“We spent 20 years traveling from Wisconsin to West Virginia to Pennsylvania, going to races across the country – but we were really just in search of Ocala,” Bryan says now. “When that property became available, that was just it. It was right for them and right for us – a home base where we could go between seasons or get away from the Northern winter. It was kind of a whole Brady Bunch moment for us.”

The large house has over 5000 square feet of space – plenty of room to spread out, and everyone could have a private space without constantly stumbling over each other – and there are three additional residences on the grounds. They had a huge kitchen and fireplace where the family could gather for meals and celebrations, plus a gorgeous backyard saltwater pool, heated pergola, and an in-home sauna. It was comfortable, spacious, and easily cradled the family of six.

Spread across four parcels, the farm has four barns, including the large main training barn with a fly spray system, wash racks, and an office, a total of 24 stalls – plus large tack, feed, and equipment storage. There’s a eurocizer, two round training pens, a half-mile irrigated dirt track and starting gate for workouts, multiple paddocks and literally miles of hiking and riding trails. It’s a place that’s a haven for a horseman, with many areas to go and just be one with the horse. It became the lynchpin of the Rice legacy.

Clyde was in his element here. He loved training horses. Over the next thirty years, Rice built a reputation of being one of the best in the business. He had always had a knack for spotting talent and knowing how to develop it, but with the farm he was able to refine and focus his work; like a scientist needs a good laboratory, a trainer needs facilities, and Indian Prairie Ranch provided him and his family with all the resources they needed to be undisputed leaders in the equine industry.

So respected was his eye for a horse that even his contemporaries didn’t question it. Hall of Fame conditioner D. Wayne Lukas was a childhood friend – and no slouch himself when it came to knowing a thing or two about equines.

“Clyde had a beautiful eye for a horse,” Lukas once remarked about his old friend.

The two men would frequently travel together or meet up at livestock auctions around the country, comparing notes and advice. Bryan recalls one such occasion when he was accompanying his father, who noticed a particular prospect he thought Lukas should buy. He sent his son running to find their friend, who was on another part of the grounds.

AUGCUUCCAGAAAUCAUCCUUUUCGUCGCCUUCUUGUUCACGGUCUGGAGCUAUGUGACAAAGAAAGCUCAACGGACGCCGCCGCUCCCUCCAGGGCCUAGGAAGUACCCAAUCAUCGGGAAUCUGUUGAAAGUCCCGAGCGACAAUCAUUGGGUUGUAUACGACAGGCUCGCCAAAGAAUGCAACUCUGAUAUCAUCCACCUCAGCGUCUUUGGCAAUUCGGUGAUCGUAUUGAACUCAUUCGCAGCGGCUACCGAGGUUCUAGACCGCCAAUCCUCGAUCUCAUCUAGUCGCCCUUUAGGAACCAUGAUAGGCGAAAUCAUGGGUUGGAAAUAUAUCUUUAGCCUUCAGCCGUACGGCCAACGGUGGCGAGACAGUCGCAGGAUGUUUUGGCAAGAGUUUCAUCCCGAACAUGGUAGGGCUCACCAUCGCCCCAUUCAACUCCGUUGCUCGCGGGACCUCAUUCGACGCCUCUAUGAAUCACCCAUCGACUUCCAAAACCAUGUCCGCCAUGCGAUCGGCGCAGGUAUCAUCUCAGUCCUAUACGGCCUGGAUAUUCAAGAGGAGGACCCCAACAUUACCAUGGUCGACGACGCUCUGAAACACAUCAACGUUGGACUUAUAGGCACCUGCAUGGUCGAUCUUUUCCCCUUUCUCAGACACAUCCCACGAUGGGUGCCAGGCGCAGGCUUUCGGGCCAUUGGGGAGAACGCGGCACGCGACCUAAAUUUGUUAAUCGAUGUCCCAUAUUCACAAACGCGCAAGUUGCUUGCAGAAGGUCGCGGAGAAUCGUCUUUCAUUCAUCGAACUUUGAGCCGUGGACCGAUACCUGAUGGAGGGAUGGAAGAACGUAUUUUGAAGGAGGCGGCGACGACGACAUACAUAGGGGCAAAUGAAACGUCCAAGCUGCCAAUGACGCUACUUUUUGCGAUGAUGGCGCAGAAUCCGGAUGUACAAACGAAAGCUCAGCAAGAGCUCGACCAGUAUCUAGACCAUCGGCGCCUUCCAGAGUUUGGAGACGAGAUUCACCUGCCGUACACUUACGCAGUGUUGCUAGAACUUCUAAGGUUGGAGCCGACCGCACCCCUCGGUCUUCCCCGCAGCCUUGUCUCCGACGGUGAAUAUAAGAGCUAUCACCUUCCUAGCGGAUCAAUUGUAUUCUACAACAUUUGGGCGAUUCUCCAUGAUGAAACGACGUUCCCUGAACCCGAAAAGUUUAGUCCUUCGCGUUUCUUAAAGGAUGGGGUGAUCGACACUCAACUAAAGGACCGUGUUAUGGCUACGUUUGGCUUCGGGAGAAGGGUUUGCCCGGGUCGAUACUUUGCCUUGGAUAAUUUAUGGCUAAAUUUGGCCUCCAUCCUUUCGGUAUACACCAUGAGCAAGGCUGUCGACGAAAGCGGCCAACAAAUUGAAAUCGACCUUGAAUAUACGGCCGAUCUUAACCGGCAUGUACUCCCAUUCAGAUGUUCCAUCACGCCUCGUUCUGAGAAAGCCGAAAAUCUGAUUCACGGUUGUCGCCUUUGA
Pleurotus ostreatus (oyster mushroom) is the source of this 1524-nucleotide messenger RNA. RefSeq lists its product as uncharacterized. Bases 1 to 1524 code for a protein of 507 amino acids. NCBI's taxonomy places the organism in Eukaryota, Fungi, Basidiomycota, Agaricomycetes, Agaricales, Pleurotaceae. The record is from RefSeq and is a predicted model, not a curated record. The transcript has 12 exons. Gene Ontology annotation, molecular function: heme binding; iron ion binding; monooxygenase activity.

“Mr. Lukas was a busy guy, so he couldn’t always see everyone or every horse,” Bryan remembers. “When I found him, I said, ‘Dad thinks this is the horse you should have’,and he didn’t even think twice. He knew he better get that horse gathered – and he did.”

It’s that kind of confidence, based on experience and knowledge, that a horseman needs to be successful, and a confidence Clyde passed on and nurtured in his children. Years of teaching human children translated very well to children of the equine persuasion.  Clyde could read them so well, it was almost as if he could talk to them, and he could instinctively perceive their mettle when he trained with them.

“He loved it when he’d see that twinkle in the horse’s eyes and knew the animal just got it. It was the best part of the work for him, to see that click, that lightbulb go on.”  Bryan says. It was fun to watch.

The farm was the perfect environment where he could really work with them – surrounded by woods and prairie, where it would stay that way for years to come.

When Rice passed away in 2017 at age 79, his children had already long since established their own careers: Sons Curt and Wayne are top competitive jockeys and trainers. Bryan, a trainer, and his wife Holley, a jockey, established Woodside Ranch as a training and pinhooking operation.  Clyde’s daughter Linda is, in Bryan’s words, ‘the family star’. She is arguably one of the most successful race-winning trainers in the business and her father’s true protege.

“She’s just amazing.” Bryan interjects. “Dad was so supportive and helped get her feet pointed in the right direction, but the rest of it she did all on her own. We’re all so proud of her.”

Jean remained at the farm for several years after Clyde’s passing, eventually deciding it was time to sell.

She had a wonderful perspective: “This farm has been our love story, and now it’s time for someone else’s. There’s no need to cling to the past. We had our story, our children have their own to write, and it’s time for the farm to begin a new story.”

What’s at Indian Prairie Ranch is beauty and privacy; it’s far from chaos and noise, and is a truly special place with many more stories to tell.

Jean is excited to see what another family is going to build there.

Indian Prairie Ranch is located at 6853 NE 90th Street Road and is an active listing with Showcase Properties, with 185 acres of picturesque Central Florida countryside and a comprehensive training facility ideal for thoroughbred operations, or conversion to a multi-disciplinary facility.  Spread over 4 parcels, it features 4 barns, 48 stalls, a main training barn with fly spray systems, wash racks, equipment, tack and feed storage, and barn office. Numerous paddocks and pastures are located on the property, including a 5-bedroom main residence with inground pool, sauna, and gas fireplace.

Please contact Showcase Agent Beckie Cantrell for inquiries or to arrange a tour.

Ready to Visit Indian Prairie Ranch?

Ready to Visit Indian Prairie Ranch?

Beckie Cantrell

REALTOR®  Showcase Properties of Central Florida